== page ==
Plus my iPhone, a passport, a camera, decent noise-canceling headphones and a lot of gum. But those were foregone conclusions – the books are what I spent an inordinate amount of time figuring out. I’m back in a few weeks, and I’ve set up a few quick posts to hit “publish” for should I have an internet connection and the inclination.

Most pleasing of all, my itinerary matches the first line of one of my favorite songs: “Take a boat to England, baby, maybe to Spain…”

A Postscript to Bryson’s Shakespeare

(My first post about Bill Bryson’s Shakespeare: the World as Stage is here.)

I’ve been glancing at the newer 2009 edition of Bryson’s Shakespeare on Amazon, which has a fun cover that juxtaposes the Cobbe portrait (aka Sexy Shakespeare) with the Chandos (aka Pirate Shakespeare) portrait, and is apparently fully illustrated. It seems that someone had the same idea I did about the subtitle, The World as Stage, since it is conspicuously absent from the new edition. If there are more extensive updates to the text of the book I am unable to see them using the “Click to Look Inside” feature, but the new preface updates the reader on a few developments in Shakespeare studies and early modern theater history since the first edition’s publication in 2002:

1) Stanley Wells’ somewhat controversial announcement that what has come to be known as the Cobbe portrait is, according to his research, of Shakespeare;

2) The 2009 archaeological excavation that uncovered the earliest purpose-built playhouse in London, the Theater;

3) The bizarre story of the theft and recovery of the University of Durham’s copy of the First Folio, for which Raymond Scott was jailed last year.

The first two items, of course, have real material significance for the study of Shakespeare and his milieu. The last is just a news item, really, but a pretty entertaining one at that, the latest entry in the long, strange annals of eccentrics who have gotten obsessed with Shakespeare. The Folger Shakespeare Library’s in-house magazine had an excellent article (link opens a .pdf) last fall about the detective work they did to determine which First Folio had walked in their door, and how they helped to nail Scott.

The Anxiety of Contingency

At this late point in the career of literary critic Harold Bloom (author of, among many others, The Anxiety of Influence), his legend is perhaps as important as his, well, influence. The boy coming of age in New York, consuming with singular intensity every (every?) book in the literature section of the New York Public Library, who grows up to have a nearly Johnsonian range of influence (that word again) on especially American literary thinking in the late twentieth century. In the 1980s and 90s, while Lyotards and Paglias and others (some with names that sound less like zoo animals) were erecting a post-everything Ark for theory to ford over literature, Bloom worked in another camp, stoking the fires of a Romantic concept of inspired literary Genius and how it perpetuates itself through the influence writers have on each other. Around the same time Bloom was apparently behaving like an old goat, according to his former student, feminist writer Naomi Wolf – whose feminism, judging by a lecture of hers I once attended, now resembles that of Oprah more than that of her third-wave contemporaries – who accused Bloom of “sexual encroachment” and caused the only thing approaching media furor in literary academia in 2004.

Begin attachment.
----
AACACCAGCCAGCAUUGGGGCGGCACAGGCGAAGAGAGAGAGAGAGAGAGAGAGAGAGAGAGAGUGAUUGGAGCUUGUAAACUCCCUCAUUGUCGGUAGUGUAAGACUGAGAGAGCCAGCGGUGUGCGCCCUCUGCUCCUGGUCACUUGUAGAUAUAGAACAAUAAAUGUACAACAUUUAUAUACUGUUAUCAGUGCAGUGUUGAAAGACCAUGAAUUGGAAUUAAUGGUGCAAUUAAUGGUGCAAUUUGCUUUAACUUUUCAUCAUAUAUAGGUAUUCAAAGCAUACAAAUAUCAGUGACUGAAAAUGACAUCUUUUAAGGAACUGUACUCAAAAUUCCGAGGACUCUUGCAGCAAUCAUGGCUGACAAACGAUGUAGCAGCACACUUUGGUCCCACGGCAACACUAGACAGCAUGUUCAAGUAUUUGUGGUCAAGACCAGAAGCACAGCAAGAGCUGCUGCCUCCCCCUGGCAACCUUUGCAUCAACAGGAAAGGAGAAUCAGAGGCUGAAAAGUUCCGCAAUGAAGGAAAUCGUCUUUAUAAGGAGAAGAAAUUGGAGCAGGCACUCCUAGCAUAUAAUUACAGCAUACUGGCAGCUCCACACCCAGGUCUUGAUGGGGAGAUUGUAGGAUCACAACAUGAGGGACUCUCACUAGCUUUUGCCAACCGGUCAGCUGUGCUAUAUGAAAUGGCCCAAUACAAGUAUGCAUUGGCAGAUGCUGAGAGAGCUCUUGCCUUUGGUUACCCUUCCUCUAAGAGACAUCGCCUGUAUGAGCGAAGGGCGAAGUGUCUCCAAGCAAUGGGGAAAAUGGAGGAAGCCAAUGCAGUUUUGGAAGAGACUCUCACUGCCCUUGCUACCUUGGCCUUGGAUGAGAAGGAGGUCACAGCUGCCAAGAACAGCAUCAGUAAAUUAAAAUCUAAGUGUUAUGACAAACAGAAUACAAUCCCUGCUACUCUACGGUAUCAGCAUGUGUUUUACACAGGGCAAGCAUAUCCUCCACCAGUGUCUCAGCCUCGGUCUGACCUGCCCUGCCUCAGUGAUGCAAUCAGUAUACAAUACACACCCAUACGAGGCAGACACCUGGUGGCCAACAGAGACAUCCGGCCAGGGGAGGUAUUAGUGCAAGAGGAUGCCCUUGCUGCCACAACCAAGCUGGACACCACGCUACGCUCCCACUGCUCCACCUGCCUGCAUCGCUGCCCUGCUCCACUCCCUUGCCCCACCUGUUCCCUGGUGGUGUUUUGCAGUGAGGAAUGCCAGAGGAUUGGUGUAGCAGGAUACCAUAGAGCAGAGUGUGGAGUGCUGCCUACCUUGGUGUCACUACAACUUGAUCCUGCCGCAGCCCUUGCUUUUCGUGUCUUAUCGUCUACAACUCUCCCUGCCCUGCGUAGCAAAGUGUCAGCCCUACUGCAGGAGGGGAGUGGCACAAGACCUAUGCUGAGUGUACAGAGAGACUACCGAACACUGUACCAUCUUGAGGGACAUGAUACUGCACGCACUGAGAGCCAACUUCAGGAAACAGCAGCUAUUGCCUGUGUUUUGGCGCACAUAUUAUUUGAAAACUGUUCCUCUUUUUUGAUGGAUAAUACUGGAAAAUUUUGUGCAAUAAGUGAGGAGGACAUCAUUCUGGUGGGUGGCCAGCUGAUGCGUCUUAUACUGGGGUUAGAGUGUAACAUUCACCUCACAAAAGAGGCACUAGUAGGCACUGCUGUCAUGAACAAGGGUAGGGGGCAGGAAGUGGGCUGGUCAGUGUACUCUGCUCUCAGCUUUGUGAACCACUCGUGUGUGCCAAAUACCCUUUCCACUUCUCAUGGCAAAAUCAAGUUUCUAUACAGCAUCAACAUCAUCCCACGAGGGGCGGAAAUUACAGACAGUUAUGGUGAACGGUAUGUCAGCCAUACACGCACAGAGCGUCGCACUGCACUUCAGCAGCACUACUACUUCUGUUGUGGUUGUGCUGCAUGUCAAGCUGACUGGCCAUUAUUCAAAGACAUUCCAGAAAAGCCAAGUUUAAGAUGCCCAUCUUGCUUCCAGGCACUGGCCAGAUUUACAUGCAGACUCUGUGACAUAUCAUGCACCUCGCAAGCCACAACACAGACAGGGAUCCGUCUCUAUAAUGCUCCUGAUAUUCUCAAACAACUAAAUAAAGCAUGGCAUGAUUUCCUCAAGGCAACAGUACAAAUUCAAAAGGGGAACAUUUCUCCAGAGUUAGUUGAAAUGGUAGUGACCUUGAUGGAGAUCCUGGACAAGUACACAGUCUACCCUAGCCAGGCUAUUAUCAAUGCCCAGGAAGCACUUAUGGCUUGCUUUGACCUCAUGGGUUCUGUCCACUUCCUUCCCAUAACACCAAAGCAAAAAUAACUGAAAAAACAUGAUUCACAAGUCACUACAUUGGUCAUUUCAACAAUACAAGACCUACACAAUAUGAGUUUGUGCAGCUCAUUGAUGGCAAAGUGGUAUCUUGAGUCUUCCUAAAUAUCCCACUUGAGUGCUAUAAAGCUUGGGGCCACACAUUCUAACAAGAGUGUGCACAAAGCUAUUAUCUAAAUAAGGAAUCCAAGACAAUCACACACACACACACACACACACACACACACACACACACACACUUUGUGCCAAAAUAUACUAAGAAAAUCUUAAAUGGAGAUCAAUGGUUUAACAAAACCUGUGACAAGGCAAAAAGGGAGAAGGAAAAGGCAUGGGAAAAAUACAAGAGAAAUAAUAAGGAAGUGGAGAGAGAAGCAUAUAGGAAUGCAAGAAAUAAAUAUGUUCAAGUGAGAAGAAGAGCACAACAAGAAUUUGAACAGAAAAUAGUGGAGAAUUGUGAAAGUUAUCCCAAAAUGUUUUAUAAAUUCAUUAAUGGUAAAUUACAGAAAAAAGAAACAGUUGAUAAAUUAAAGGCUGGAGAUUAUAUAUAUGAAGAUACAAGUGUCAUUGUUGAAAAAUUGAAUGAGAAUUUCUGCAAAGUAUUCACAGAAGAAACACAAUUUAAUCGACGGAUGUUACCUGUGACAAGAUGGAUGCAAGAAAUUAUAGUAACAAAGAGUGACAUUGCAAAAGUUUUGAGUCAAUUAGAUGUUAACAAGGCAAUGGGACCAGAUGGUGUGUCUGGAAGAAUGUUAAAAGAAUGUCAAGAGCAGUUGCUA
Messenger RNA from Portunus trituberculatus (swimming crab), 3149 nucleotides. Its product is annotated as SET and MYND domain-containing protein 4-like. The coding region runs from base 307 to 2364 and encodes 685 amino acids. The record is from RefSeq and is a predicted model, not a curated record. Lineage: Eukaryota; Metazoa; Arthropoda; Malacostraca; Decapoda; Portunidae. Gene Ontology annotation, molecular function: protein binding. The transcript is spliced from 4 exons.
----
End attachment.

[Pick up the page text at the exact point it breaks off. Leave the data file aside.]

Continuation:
Nevertheless, Bloom’s reputation was barely affected; his books intended for a non-academic audience, The Western Canon and Shakespeare: The Invention of the Human, remain popular. Nearly every time I had to write about a novel or a Shakespeare play for an undergraduate course, my eyes would pass a book of critical essays he edited in the library stacks. One has to admire Bloom’s industry, and on the publication this month of his most recent book of criticism, his “virtual swan song,” The Anatomy of Influence, panegyrics are flowing in. Sam Tanenhaus, the editor of the New York Times Book Review, calls Bloom an “uncommon reader,” and in a lengthy, baroquely-written essay pays tribute to his keen eye while gently pointing out that Bloom’s readings, always at pains to show how one author’s work flows from that of another, are getting closer to the New Critical orthodoxies — privileging above all else the poem, its formal patterns, its echoes – which Bloom rejected early in his career.

Above I mentioned Bloom’s keen eye even though an important aspect of Tanenhaus’s essay, and indeed of the Bloom legend, is his keen ear – he is said to have a remarkable memory for poetry, again like Samuel Johnson. With the same grandiloquence that allowed him to title a book The Western Canon, Bloom is quoted as saying, “I possess almost all of Hart Crane by memory.” One imagines that Bloom does not keep his Crane for recitation, though, for fawning dinner party guests or texting undergrads, because for him literature exists almost exclusively on the page. This privileging of the written and the literary (not the textual, something I’ll come to in a minute) above all else is problematic especially when it comes to Bloom’s great master, Shakespeare. “For me, Shakespeare is God,” Bloom is quoted as saying, placing himself firmly in the Romantic tradition of bardolatry (Keats is said to have always traveled with a small portrait of Shakespeare). His criticism is often focused on the discussion of Shakespeare’s characters almost as if they were real people, a way of reading the plays originating in the early nineteenth century by Schlegel, Hazlitt, and Coleridge. As for these forebears, for Bloom Hamlet is the be-all and end-all. Even though that phrase comes from Macbeth (fourth line down).

But limiting understanding of Shakespeare to the study of his poetic proficiency and the construction of his characters without much regard for Shakespeare’s cultural milieu, for how the work is contingent on the texts in which it is transmitted, and for his plays as plays written to be performed by actors limits understanding quite a bit.
(After the break, metaphorical daisy-chains wilt in the inexorable progession of time. Or something.)